2.2. Reduction and Alkylation of Hepcidin

For reducing the intradisulfide bonds in hepcidin peptide, the peptide was incubated with 10 mM DTT in 50 mM ammonium bicarbonate (pH 7.5) for 30 min at 37°C, and cysteine alkylation was performed with 55 mM IAA for 30 min at RT in dark. Peptides were purified using a C18 spin column prior to LC-MS/MS analysis.

2.3. Extraction of Serum Hepcidin Peptides

Two 100 µL of human serum samples containing 50 pmol of SI-hepcidin were prepared. Hepcidin peptides were extracted with 90% ACN in 0.1% formic acid in water after incubation for 20 min at 4°C. After drying the supernatants, one of the extracted hepcidin peptide samples was reduced and alkylated with DTT and IAA. Hepcidin peptides were desalted prior to the SRM assay, and only 1/10 of desalted sample was used for analysis. The serum hepcidin was extracted from the serial serum samples (100, 200, 400, and 800 μL) with 100 pmol of SI-hepcidin spiked-in.

2.4. LC-MS/MS Analysis

Both intact and modified hepcidin peptides were analyzed using Q Exactive™ mass spectrometer (Thermo Fisher Scientific Inc., Germany) interfaced with easy-nLC1000 (Thermo Fisher Scientific, Waltham, MA, USA) as described previously [27]. Equal amount hepcidin peptides were loaded onto a precolumn (PepMap, 75 μm ID  μm2 cm 3 μm, 164535, Thermo Fisher Scientific, USA) and separated using an analytic column (PepMap, 75 μm ID50 cm 3 μm, ES803, Thermo Fisher Scientific, USA). The sample was eluted by solvent A (0.1% formic acid in water) and solvent B (0.1% formic acid in acetonitrile). The mobile phase gradient parameter was set follow as: time (B%) 0∼3 min (5% solvent B), 50 (40%), 55 (80%), 57 (80%), 60 (5%), and 70 (5%) at a flow rate of 300 nL/min. LC-MS/MS data were acquired on a mass resolution of 70 K at 200 m/z using Q Exactive mass spectrometer. The instrument was operated in data-dependent mode; top 10 intensity precursor ions were selected for subsequent MS/MS analysis by HCD with a normalized collision energy (NCE) value of 27 and, resolution of MS/MS was set as 17 K at 200 m/z.

2.5. SRM Analysis

SRM analysis was performed using an Agilent 6490 triple quadrupole mass spectrometer (Agilent Technologies, USA) interfaced with an Agilent 1290 Infinity System (Agilent Technologies, USA). Peptides were eluted by reverse-phase UPLC on a Zorbax Eclispse Plus C18 column (150 × 2.1 mm, 1.8 um particle size, Agilent Technologies, USA) at 0.25 mL/min over a 30 min ACN gradient. The column temperature was maintained at 50°C. The gradient was set as follows using mobile phases A (0.1% formic acid in water) and B (0.1% formic acid and 5% water in ACN): linear 0–40% B for 20 min, 40∼90% B for 20.1 min, isocratic 90% B for 5 min, linear 90–0% B for 0.1 min, and isocratic 0% B for 5 min. The AJS ESI voltage was set as 3500 V with a gas flow of 12 L/min, source temperature of 250°C, and fragmentor voltage of 5. Each scan was collected by dwell time of 20 ms.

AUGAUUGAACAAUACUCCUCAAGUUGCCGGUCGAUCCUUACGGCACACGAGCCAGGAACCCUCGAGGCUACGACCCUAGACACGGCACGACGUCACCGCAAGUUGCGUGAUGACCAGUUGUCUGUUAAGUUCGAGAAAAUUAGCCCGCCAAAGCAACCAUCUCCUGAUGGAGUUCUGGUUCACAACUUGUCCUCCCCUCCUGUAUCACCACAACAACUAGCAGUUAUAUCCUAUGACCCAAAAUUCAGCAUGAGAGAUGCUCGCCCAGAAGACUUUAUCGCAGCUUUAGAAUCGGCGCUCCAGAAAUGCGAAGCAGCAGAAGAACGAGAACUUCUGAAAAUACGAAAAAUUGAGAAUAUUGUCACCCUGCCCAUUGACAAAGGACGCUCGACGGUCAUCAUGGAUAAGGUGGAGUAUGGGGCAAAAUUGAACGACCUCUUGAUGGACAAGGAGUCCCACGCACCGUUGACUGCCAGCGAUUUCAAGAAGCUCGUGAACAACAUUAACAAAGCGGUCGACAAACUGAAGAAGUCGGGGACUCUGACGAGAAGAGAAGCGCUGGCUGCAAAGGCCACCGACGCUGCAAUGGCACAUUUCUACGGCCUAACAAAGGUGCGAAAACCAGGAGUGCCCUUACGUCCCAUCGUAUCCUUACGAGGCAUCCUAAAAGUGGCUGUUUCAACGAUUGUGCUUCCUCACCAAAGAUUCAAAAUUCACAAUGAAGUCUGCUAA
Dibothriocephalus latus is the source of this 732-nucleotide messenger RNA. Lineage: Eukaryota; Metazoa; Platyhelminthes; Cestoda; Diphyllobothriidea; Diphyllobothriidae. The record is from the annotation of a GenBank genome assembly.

3. Results

3.1. Characterization of the Modified Hepcidin

To improve MS detection sensitivity of hepcidin, the disulfide bonds of intact hepcidin peptide (hepcidin-I) was reduced, and the resulting free thiols were subsequently modified by alkylation to linearize the peptide (hepcidin-M) as described in Materials and Methods. To verify the thiol modification of hepcidin-I, a mixture of equal amounts (10 pmol) of both peptides were analyzed by LC-MS/MS. As shown in Figure 1, a series of y ions that are corresponding to peptide fragments of nonreduced cysteine residues are observed (Figure 1(a)), whereas the MS/MS spectrum of hepcidin-M shows a series of b and y ions that are matched to the reduced forms of cysteine residues, indicating that all the disulfide bonds were reduced and alkylated (Figure 1(b)).

Figure 1: MS/MS spectrum of hepcidin-I and hepcidin-M. (a) is the MS2 spectrum for 558.6 m/z (z = 5) derived from the hepcidin-I, and (b) is for 651.8 m/z (z = 5) derived from the hepcidin-M. The cysteine (C) amino acid sequence of red color indicates disulfide bond and carbamidomethylation position in (a) and (b).

MS ionization efficiencies of both peptides were verified by comparing their signal intensities at different charge states of Hepcidin-I (m/z, 2787.0258 Da) and hepcidin-M (m/z, 3251.2602 Da). This experiment was conducted to select the most intense signal intensities of peptide charge states for the purpose of the hepcidin LC/MS assay development. Figure 2 shows extracted ion chromatograms (XIC) for relative abundances of different charge states of Hepcidin-I (z = 2, 3, 4, and 5) (Figure 2(a)) and of Hepcidin-M (z = 3, 4, 5, and 6) (Figure 2(b)). Among these charge states, it appears that the +4 charge state of Hepcidin-I shows the highest peptide signal intensity, whereas hepcidin-M shows the most intense peptide signal when it is in the +5 charge state. Hepcidin-M tends to give more intense signal intensities with higher charge states, indicating that its linearization may increase the proton accessibility. The reduced form of hepcidin decreases the peptide hydrophobicity, which exhibits its reversed-phase HPLC elution time of about 4 minutes faster than hepcidin-I in the given HPLC condition.

Figure 2: Extracted ion chromatograms of hepcidin-I and hepcidin-M according to charge state. (a) A hepcidin-I. (b) A hepcidin-M.